Imatges de pÓgina

which he remitted none of those labours which bodily strength allowed him to continue, on the 6th of February, 1564, he preached his last sermon. For ten years together he had abstained from animal food at dinner, as the only certain preventive of violent headachs, to which he had long been subject. When his ague left him, he was seized with the gout in his right limb; then with the cholic, and last of all with the stone. Yet, under this complication of disorders, he never uttered a word expressive of murmuring or impatience; only lifting up his eyes to heaven, he used to say, "How long Lord," an expression to which he was accustomed, when he heard of any calamities befalling the church of Christ. On the 27th of March, he was carried in his chair to the senate, when he presented to them a new rector for the academy; he then uncovered his head, and thanked them for all the kindness they had shown him, particularly in his sickness: "For I feel (said he) this is the last time that I shall come into this place."

On the 2d of April, being Easter-day, he was carried to the church, and received the sacrament from the hands of Beza, his colleague, both in the ministry and the academy. He made his will on the 25th, in which he declared his firm adherence to the doctrine of salvation by the cross of Christ, as the only foundation of all his hopes of pardon and eternal life. "Alas! (says he) my study and my zeal (if worthy of that name) have been so languid and remiss, that I confess innumerable things have been wanting in me to the

faithful discharge of my duty; and unless the unmeasurable bounty of God had been present, all my study would have been vain and transient; for which causes I witness and declare, that I hope for no other security of my salvation than this, that seeing God is the Father of mercy, he may shew himself such a Father to me, who acknowledge myself a miserable sinner."

He wished to meet with the senators once more in public; but on account of his state of health, they rather waited on him. He then addressed them in words of gratitude, admonition, and consolation: "Whether your affairs be prosperous or adverse, let this be always before your eyes, that God alone can establish kingdoms and cities, and that he requires mortals to worship him in that character. I exhort the aged not to envy the young, who may have received from the Lord more splendid talents than themselves; and the young I warn against vanity and pride, beseeching them to be modest in their behaviour." Afterwards, he set before them the great danger of error in doctrine, as leading to corruptions in practice ; and concluded with a solemn prayer for every blessing that might promote their individual happiness, and the best interests of the commonwealth. They departed in tears, as from a last interview with their common father.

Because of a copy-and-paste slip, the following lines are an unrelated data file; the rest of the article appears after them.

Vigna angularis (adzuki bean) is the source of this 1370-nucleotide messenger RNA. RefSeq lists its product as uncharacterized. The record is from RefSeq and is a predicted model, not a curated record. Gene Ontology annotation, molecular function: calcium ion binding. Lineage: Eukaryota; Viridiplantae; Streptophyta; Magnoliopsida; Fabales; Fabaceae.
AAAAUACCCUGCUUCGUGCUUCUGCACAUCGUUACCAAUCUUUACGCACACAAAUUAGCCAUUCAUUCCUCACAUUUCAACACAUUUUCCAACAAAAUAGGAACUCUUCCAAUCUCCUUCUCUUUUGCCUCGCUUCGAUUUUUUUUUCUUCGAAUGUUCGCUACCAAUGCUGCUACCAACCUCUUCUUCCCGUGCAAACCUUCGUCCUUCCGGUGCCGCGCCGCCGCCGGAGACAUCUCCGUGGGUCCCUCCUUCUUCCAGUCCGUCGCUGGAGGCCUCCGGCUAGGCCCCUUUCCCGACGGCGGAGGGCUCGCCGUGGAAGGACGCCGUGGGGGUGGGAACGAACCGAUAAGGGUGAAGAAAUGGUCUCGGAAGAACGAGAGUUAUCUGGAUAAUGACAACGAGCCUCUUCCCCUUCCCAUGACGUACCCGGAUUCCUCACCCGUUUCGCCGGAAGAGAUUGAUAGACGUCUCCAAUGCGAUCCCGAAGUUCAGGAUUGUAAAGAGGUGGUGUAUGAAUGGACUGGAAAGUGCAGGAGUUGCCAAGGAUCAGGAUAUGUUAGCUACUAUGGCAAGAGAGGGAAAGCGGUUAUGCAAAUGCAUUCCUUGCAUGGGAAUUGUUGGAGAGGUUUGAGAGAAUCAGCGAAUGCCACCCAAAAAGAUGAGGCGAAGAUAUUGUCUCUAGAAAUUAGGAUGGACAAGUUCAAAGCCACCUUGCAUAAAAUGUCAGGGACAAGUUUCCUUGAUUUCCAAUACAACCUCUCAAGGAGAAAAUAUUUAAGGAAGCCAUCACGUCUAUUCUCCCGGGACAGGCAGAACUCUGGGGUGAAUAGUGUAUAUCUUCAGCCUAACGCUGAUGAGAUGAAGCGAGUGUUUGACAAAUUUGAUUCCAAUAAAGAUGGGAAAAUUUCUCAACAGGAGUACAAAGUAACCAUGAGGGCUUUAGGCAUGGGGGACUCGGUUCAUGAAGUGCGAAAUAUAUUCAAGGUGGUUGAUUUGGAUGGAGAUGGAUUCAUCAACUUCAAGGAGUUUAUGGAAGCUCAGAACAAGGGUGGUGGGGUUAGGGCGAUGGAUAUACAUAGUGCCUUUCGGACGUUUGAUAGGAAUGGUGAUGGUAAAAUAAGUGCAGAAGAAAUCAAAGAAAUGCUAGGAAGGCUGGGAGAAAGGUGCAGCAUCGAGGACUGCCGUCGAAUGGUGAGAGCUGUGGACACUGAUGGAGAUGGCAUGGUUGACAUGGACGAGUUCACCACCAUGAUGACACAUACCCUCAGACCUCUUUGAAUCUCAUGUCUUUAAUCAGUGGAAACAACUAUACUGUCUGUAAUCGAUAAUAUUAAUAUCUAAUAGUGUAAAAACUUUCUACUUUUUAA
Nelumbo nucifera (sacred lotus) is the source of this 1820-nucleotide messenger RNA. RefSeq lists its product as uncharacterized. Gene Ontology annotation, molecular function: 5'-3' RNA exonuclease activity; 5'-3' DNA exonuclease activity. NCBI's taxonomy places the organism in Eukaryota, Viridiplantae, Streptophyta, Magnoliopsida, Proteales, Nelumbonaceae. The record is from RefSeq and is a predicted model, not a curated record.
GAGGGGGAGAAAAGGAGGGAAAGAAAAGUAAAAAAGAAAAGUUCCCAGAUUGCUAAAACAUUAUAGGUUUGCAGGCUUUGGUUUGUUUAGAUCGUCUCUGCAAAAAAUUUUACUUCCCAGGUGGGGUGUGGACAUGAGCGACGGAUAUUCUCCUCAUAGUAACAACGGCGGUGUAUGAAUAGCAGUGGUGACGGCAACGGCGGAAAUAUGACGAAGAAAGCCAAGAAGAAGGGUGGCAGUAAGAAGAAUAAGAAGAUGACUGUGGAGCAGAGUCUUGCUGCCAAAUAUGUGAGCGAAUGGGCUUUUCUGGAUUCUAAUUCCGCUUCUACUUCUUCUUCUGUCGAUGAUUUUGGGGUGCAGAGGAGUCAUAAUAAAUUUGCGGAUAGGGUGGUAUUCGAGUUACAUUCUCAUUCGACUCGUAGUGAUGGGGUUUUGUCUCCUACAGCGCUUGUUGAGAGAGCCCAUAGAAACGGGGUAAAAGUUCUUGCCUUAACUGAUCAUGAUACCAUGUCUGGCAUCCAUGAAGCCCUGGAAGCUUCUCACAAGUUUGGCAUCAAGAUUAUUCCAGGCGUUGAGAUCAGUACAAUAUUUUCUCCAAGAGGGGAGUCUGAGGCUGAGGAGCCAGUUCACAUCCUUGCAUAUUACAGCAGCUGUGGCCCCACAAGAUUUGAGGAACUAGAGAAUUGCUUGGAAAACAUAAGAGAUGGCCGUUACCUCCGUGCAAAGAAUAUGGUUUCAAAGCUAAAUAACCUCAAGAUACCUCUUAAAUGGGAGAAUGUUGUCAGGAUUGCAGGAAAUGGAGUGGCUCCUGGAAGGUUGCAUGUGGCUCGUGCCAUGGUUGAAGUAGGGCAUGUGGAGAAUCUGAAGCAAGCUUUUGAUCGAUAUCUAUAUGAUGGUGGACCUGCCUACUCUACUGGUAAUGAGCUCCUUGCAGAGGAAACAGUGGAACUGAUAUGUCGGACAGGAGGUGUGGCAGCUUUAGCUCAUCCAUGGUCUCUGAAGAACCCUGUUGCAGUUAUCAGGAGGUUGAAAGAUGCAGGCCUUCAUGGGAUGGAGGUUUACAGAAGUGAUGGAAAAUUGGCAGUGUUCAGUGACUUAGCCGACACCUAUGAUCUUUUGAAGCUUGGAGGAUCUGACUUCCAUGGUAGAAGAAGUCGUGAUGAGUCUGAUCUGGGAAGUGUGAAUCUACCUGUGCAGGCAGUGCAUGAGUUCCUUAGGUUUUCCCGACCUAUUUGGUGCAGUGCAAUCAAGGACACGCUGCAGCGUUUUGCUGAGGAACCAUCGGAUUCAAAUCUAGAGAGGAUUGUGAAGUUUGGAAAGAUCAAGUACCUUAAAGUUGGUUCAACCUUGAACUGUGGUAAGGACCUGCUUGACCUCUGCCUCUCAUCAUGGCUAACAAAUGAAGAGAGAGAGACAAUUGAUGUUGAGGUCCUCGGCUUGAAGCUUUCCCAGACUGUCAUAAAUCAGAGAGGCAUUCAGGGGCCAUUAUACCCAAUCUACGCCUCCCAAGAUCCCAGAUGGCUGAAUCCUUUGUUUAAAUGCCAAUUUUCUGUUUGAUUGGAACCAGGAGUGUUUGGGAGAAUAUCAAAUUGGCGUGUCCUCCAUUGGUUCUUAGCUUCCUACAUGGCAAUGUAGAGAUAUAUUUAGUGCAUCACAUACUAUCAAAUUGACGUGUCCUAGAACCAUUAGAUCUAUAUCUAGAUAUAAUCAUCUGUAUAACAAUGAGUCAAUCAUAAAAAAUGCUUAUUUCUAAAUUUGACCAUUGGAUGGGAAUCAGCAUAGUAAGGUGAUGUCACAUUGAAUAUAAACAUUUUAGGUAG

On the 28th, he spoke to the ministers of Geneva, of the grace which he had received to be faithful in his trust; encouraged them to stand fast in the same grace, and bade them farewel, with many tears and fervent prayers to

God in their behalf. Being informed that his old friend and fellow-labourer, Farel, though sickly, was on his way, from Neufchatel, to see him before his death, he thus wrote to him: "Farewel, my best, and most upright brother; since God is pleased to continue you longer in the world than me, live mindful of our connexion, which was profitable to the church of God, and the fruit of which is awaiting us in heaven. I would not, that you would fatigue yourself for my sake. I with difficulty breathe, and daily expect that my respiration will cease. It is enough that I live and die to Christ, who is gain to his own, both in life and death; again farewel. May 11, 1564.

Farel, however, accomplished his journey, saw Calvin, renewed with him that friendship which even death cannot dissolve, but which will be cemented with the perfection of bliss in the heavenly world, and returned again to Neufchatel. After this, Calvin spent his remaining days almost wholly in prayer, which his difficulty in breathing prevented from being articulate; but the frequent elevation of his eyes, and the serenity of his countenance bespoke the comfort of his mind, and the solemnity of his employment. He was sometimes heard to use the words of David, "Lord, I opened not my mouth, because thou didst it" and of Isaiah, "I


did mourn as a dove." also he was heard to say, "Lord, thy hand is heavy on me, but I am abundantly satisfied because it is thy hand." He continued in life till the 27th of May, towards the evening of which day, he quietly breathed out his spirit into the hands of his Saviour and his God.

Thus lived, and thus died,
John Calvin, justly styled, the
terror of Rome, and the apos-
tle, not of Geneva only, but of
the reformed churches. The
day following his death, the
whole city was in the deepest
affliction. Every one lamented
over their illustrious citizen;
the church deplored the decease